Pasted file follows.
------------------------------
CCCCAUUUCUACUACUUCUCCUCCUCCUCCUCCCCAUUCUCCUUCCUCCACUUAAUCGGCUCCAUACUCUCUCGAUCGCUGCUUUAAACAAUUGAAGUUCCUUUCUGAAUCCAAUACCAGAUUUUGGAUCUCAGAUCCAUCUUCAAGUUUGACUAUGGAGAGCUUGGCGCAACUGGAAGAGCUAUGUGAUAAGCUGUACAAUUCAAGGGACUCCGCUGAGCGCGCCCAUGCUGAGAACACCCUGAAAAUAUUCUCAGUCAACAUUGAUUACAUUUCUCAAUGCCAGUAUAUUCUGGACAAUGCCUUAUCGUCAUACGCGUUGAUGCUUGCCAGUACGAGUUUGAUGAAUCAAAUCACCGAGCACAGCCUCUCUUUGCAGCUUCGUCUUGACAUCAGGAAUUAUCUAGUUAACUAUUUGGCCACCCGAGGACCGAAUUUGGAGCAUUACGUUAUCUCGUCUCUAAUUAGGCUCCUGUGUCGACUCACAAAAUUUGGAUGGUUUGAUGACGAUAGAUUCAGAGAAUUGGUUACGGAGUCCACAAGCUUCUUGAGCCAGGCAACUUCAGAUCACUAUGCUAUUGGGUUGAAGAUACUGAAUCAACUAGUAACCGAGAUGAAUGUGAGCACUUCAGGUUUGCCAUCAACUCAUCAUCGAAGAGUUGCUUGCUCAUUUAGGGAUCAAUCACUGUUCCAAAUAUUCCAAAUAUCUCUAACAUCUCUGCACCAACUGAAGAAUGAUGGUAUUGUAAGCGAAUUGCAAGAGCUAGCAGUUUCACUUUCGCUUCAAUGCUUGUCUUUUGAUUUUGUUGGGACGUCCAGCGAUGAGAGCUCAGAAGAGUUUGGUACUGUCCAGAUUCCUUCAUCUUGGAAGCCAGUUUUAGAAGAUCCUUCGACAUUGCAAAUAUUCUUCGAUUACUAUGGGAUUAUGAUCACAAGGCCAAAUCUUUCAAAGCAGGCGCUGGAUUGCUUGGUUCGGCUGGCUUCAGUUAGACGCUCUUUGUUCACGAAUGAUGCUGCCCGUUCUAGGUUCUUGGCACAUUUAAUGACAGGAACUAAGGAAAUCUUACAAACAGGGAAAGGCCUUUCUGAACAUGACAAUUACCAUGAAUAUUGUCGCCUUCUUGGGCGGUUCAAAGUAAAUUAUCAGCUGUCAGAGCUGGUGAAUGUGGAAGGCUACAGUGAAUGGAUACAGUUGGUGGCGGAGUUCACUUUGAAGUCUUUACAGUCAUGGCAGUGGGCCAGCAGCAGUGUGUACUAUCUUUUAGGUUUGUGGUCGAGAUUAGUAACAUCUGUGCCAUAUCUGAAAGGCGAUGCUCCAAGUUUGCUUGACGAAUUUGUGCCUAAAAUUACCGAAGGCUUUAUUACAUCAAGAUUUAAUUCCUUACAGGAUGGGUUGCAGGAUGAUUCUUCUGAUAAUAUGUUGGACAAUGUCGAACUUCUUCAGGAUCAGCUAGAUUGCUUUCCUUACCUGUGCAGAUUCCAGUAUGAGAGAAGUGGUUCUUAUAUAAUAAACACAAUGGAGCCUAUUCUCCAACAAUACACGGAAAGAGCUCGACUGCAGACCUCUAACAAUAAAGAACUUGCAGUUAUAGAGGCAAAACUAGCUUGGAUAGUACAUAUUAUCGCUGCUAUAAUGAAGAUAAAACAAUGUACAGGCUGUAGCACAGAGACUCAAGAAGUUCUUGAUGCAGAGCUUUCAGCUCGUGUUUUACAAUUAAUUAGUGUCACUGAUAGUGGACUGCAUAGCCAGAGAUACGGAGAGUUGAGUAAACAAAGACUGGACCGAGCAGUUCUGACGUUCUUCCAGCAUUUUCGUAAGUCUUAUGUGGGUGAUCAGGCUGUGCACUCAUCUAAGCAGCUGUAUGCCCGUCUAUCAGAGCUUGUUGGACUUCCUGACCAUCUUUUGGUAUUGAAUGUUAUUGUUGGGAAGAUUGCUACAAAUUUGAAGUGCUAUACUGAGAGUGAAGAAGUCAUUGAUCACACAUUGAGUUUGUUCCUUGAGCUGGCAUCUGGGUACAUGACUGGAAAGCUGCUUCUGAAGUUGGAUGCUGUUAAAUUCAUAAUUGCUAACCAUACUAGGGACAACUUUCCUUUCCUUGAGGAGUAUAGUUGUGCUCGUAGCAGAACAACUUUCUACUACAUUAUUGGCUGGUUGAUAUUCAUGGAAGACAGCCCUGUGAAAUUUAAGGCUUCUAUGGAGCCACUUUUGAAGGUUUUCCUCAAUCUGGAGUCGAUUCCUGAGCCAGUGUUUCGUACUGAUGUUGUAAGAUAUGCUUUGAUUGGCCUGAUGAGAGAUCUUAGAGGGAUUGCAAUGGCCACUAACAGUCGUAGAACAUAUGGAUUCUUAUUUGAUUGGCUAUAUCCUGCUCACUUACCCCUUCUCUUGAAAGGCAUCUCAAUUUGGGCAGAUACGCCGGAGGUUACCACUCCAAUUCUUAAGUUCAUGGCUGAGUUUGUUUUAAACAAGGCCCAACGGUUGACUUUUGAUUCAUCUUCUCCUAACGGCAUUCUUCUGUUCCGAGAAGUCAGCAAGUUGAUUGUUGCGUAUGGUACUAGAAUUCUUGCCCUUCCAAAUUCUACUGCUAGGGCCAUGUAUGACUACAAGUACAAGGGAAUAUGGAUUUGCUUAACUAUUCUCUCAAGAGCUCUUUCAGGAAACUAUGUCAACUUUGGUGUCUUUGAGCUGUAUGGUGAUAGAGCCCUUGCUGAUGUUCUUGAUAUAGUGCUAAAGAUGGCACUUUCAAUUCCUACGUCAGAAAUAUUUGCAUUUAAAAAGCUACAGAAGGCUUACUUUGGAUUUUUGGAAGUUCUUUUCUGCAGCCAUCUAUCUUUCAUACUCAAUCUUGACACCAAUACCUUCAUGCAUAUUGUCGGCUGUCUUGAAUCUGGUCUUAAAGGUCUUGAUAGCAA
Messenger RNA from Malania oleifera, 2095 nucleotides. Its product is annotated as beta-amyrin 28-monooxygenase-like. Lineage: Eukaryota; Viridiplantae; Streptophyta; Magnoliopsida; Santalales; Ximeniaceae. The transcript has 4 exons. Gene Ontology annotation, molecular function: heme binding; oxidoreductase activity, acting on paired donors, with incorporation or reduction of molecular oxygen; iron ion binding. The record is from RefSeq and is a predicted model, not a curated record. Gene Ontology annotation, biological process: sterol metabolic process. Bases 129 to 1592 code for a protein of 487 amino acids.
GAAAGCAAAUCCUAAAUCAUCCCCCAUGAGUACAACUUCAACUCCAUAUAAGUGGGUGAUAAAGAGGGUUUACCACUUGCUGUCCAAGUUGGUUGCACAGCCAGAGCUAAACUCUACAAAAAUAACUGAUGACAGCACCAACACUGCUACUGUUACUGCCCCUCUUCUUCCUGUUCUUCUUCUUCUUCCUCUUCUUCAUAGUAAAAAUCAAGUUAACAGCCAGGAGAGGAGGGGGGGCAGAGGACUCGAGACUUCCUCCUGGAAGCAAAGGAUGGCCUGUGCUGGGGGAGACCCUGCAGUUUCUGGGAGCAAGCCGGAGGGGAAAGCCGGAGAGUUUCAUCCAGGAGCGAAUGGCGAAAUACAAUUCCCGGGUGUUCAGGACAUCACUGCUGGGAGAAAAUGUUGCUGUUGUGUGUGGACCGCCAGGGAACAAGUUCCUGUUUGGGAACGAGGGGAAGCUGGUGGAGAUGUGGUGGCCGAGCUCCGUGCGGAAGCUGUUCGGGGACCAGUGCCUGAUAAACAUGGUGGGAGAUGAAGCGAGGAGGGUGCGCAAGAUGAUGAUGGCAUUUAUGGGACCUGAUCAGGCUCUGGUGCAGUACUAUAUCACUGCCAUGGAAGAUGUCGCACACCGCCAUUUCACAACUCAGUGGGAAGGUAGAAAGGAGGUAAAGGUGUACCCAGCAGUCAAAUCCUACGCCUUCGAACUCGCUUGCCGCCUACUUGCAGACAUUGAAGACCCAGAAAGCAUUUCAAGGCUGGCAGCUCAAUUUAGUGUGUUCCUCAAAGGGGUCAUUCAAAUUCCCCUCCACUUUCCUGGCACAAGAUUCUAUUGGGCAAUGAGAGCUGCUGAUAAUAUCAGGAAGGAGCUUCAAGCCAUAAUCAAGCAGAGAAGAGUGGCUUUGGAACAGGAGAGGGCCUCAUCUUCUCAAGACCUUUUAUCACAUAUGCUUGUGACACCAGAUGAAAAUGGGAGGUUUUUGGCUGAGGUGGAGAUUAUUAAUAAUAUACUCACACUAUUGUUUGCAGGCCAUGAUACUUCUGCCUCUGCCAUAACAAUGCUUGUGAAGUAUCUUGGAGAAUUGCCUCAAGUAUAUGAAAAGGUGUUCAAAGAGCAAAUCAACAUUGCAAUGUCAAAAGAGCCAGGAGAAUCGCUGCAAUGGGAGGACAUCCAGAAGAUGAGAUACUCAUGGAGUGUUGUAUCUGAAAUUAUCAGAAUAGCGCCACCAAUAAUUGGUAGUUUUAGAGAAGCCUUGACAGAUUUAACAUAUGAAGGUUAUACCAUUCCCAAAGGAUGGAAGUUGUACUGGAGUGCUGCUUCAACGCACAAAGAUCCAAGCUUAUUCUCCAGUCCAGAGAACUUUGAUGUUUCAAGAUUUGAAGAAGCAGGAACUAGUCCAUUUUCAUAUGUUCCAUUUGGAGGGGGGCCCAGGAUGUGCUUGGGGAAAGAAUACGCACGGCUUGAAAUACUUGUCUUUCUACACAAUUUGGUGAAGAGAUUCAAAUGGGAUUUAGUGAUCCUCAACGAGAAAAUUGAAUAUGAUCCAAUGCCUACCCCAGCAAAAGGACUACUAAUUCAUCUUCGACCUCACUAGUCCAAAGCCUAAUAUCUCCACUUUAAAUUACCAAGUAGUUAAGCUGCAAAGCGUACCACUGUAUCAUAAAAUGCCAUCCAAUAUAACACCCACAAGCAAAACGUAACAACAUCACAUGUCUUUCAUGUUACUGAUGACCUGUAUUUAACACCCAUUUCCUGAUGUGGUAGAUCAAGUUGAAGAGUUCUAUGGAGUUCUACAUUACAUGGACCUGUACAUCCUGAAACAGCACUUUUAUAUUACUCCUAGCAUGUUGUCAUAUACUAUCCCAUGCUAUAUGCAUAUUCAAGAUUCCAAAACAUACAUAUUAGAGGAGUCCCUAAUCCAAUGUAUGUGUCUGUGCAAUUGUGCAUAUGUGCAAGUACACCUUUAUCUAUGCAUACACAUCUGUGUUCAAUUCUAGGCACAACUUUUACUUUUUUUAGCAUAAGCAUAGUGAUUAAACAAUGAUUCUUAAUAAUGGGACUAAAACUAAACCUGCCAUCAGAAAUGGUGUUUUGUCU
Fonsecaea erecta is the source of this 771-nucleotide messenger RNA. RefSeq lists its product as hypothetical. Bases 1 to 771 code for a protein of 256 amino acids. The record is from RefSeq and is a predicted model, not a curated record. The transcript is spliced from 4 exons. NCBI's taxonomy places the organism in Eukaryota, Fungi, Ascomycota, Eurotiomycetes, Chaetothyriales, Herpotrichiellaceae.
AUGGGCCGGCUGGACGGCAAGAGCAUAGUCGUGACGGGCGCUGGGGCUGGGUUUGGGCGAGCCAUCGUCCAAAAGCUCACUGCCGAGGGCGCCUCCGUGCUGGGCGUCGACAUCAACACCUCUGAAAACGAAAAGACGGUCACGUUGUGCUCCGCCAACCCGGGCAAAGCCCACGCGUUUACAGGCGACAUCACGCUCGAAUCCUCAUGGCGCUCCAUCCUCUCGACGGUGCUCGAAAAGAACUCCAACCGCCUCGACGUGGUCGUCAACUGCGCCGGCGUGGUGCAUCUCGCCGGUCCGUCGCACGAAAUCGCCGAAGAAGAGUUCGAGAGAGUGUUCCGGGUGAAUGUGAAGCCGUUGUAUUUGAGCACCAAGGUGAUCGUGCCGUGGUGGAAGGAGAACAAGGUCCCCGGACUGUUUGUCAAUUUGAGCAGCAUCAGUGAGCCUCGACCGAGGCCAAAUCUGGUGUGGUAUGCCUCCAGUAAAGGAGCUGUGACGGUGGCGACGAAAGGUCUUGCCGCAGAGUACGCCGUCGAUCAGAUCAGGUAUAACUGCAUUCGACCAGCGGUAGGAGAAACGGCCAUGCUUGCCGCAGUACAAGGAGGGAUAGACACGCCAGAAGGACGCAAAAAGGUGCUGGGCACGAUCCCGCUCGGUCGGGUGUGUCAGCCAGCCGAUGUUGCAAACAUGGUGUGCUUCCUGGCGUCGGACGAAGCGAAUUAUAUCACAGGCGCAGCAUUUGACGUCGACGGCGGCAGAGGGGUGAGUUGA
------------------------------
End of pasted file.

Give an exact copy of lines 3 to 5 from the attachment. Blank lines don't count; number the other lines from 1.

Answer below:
GAAAGCAAAUCCUAAAUCAUCCCCCAUGAGUACAACUUCAACUCCAUAUAAGUGGGUGAUAAAGAGGGUUUACCACUUGCUGUCCAAGUUGGUUGCACAGCCAGAGCUAAACUCUACAAAAAUAACUGAUGACAGCACCAACACUGCUACUGUUACUGCCCCUCUUCUUCCUGUUCUUCUUCUUCUUCCUCUUCUUCAUAGUAAAAAUCAAGUUAACAGCCAGGAGAGGAGGGGGGGCAGAGGACUCGAGACUUCCUCCUGGAAGCAAAGGAUGGCCUGUGCUGGGGGAGACCCUGCAGUUUCUGGGAGCAAGCCGGAGGGGAAAGCCGGAGAGUUUCAUCCAGGAGCGAAUGGCGAAAUACAAUUCCCGGGUGUUCAGGACAUCACUGCUGGGAGAAAAUGUUGCUGUUGUGUGUGGACCGCCAGGGAACAAGUUCCUGUUUGGGAACGAGGGGAAGCUGGUGGAGAUGUGGUGGCCGAGCUCCGUGCGGAAGCUGUUCGGGGACCAGUGCCUGAUAAACAUGGUGGGAGAUGAAGCGAGGAGGGUGCGCAAGAUGAUGAUGGCAUUUAUGGGACCUGAUCAGGCUCUGGUGCAGUACUAUAUCACUGCCAUGGAAGAUGUCGCACACCGCCAUUUCACAACUCAGUGGGAAGGUAGAAAGGAGGUAAAGGUGUACCCAGCAGUCAAAUCCUACGCCUUCGAACUCGCUUGCCGCCUACUUGCAGACAUUGAAGACCCAGAAAGCAUUUCAAGGCUGGCAGCUCAAUUUAGUGUGUUCCUCAAAGGGGUCAUUCAAAUUCCCCUCCACUUUCCUGGCACAAGAUUCUAUUGGGCAAUGAGAGCUGCUGAUAAUAUCAGGAAGGAGCUUCAAGCCAUAAUCAAGCAGAGAAGAGUGGCUUUGGAACAGGAGAGGGCCUCAUCUUCUCAAGACCUUUUAUCACAUAUGCUUGUGACACCAGAUGAAAAUGGGAGGUUUUUGGCUGAGGUGGAGAUUAUUAAUAAUAUACUCACACUAUUGUUUGCAGGCCAUGAUACUUCUGCCUCUGCCAUAACAAUGCUUGUGAAGUAUCUUGGAGAAUUGCCUCAAGUAUAUGAAAAGGUGUUCAAAGAGCAAAUCAACAUUGCAAUGUCAAAAGAGCCAGGAGAAUCGCUGCAAUGGGAGGACAUCCAGAAGAUGAGAUACUCAUGGAGUGUUGUAUCUGAAAUUAUCAGAAUAGCGCCACCAAUAAUUGGUAGUUUUAGAGAAGCCUUGACAGAUUUAACAUAUGAAGGUUAUACCAUUCCCAAAGGAUGGAAGUUGUACUGGAGUGCUGCUUCAACGCACAAAGAUCCAAGCUUAUUCUCCAGUCCAGAGAACUUUGAUGUUUCAAGAUUUGAAGAAGCAGGAACUAGUCCAUUUUCAUAUGUUCCAUUUGGAGGGGGGCCCAGGAUGUGCUUGGGGAAAGAAUACGCACGGCUUGAAAUACUUGUCUUUCUACACAAUUUGGUGAAGAGAUUCAAAUGGGAUUUAGUGAUCCUCAACGAGAAAAUUGAAUAUGAUCCAAUGCCUACCCCAGCAAAAGGACUACUAAUUCAUCUUCGACCUCACUAGUCCAAAGCCUAAUAUCUCCACUUUAAAUUACCAAGUAGUUAAGCUGCAAAGCGUACCACUGUAUCAUAAAAUGCCAUCCAAUAUAACACCCACAAGCAAAACGUAACAACAUCACAUGUCUUUCAUGUUACUGAUGACCUGUAUUUAACACCCAUUUCCUGAUGUGGUAGAUCAAGUUGAAGAGUUCUAUGGAGUUCUACAUUACAUGGACCUGUACAUCCUGAAACAGCACUUUUAUAUUACUCCUAGCAUGUUGUCAUAUACUAUCCCAUGCUAUAUGCAUAUUCAAGAUUCCAAAACAUACAUAUUAGAGGAGUCCCUAAUCCAAUGUAUGUGUCUGUGCAAUUGUGCAUAUGUGCAAGUACACCUUUAUCUAUGCAUACACAUCUGUGUUCAAUUCUAGGCACAACUUUUACUUUUUUUAGCAUAAGCAUAGUGAUUAAACAAUGAUUCUUAAUAAUGGGACUAAAACUAAACCUGCCAUCAGAAAUGGUGUUUUGUCU
Fonsecaea erecta is the source of this 771-nucleotide messenger RNA. RefSeq lists its product as hypothetical. Bases 1 to 771 code for a protein of 256 amino acids. The record is from RefSeq and is a predicted model, not a curated record. The transcript is spliced from 4 exons. NCBI's taxonomy places the organism in Eukaryota, Fungi, Ascomycota, Eurotiomycetes, Chaetothyriales, Herpotrichiellaceae.
AUGGGCCGGCUGGACGGCAAGAGCAUAGUCGUGACGGGCGCUGGGGCUGGGUUUGGGCGAGCCAUCGUCCAAAAGCUCACUGCCGAGGGCGCCUCCGUGCUGGGCGUCGACAUCAACACCUCUGAAAACGAAAAGACGGUCACGUUGUGCUCCGCCAACCCGGGCAAAGCCCACGCGUUUACAGGCGACAUCACGCUCGAAUCCUCAUGGCGCUCCAUCCUCUCGACGGUGCUCGAAAAGAACUCCAACCGCCUCGACGUGGUCGUCAACUGCGCCGGCGUGGUGCAUCUCGCCGGUCCGUCGCACGAAAUCGCCGAAGAAGAGUUCGAGAGAGUGUUCCGGGUGAAUGUGAAGCCGUUGUAUUUGAGCACCAAGGUGAUCGUGCCGUGGUGGAAGGAGAACAAGGUCCCCGGACUGUUUGUCAAUUUGAGCAGCAUCAGUGAGCCUCGACCGAGGCCAAAUCUGGUGUGGUAUGCCUCCAGUAAAGGAGCUGUGACGGUGGCGACGAAAGGUCUUGCCGCAGAGUACGCCGUCGAUCAGAUCAGGUAUAACUGCAUUCGACCAGCGGUAGGAGAAACGGCCAUGCUUGCCGCAGUACAAGGAGGGAUAGACACGCCAGAAGGACGCAAAAAGGUGCUGGGCACGAUCCCGCUCGGUCGGGUGUGUCAGCCAGCCGAUGUUGCAAACAUGGUGUGCUUCCUGGCGUCGGACGAAGCGAAUUAUAUCACAGGCGCAGCAUUUGACGUCGACGGCGGCAGAGGGGUGAGUUGA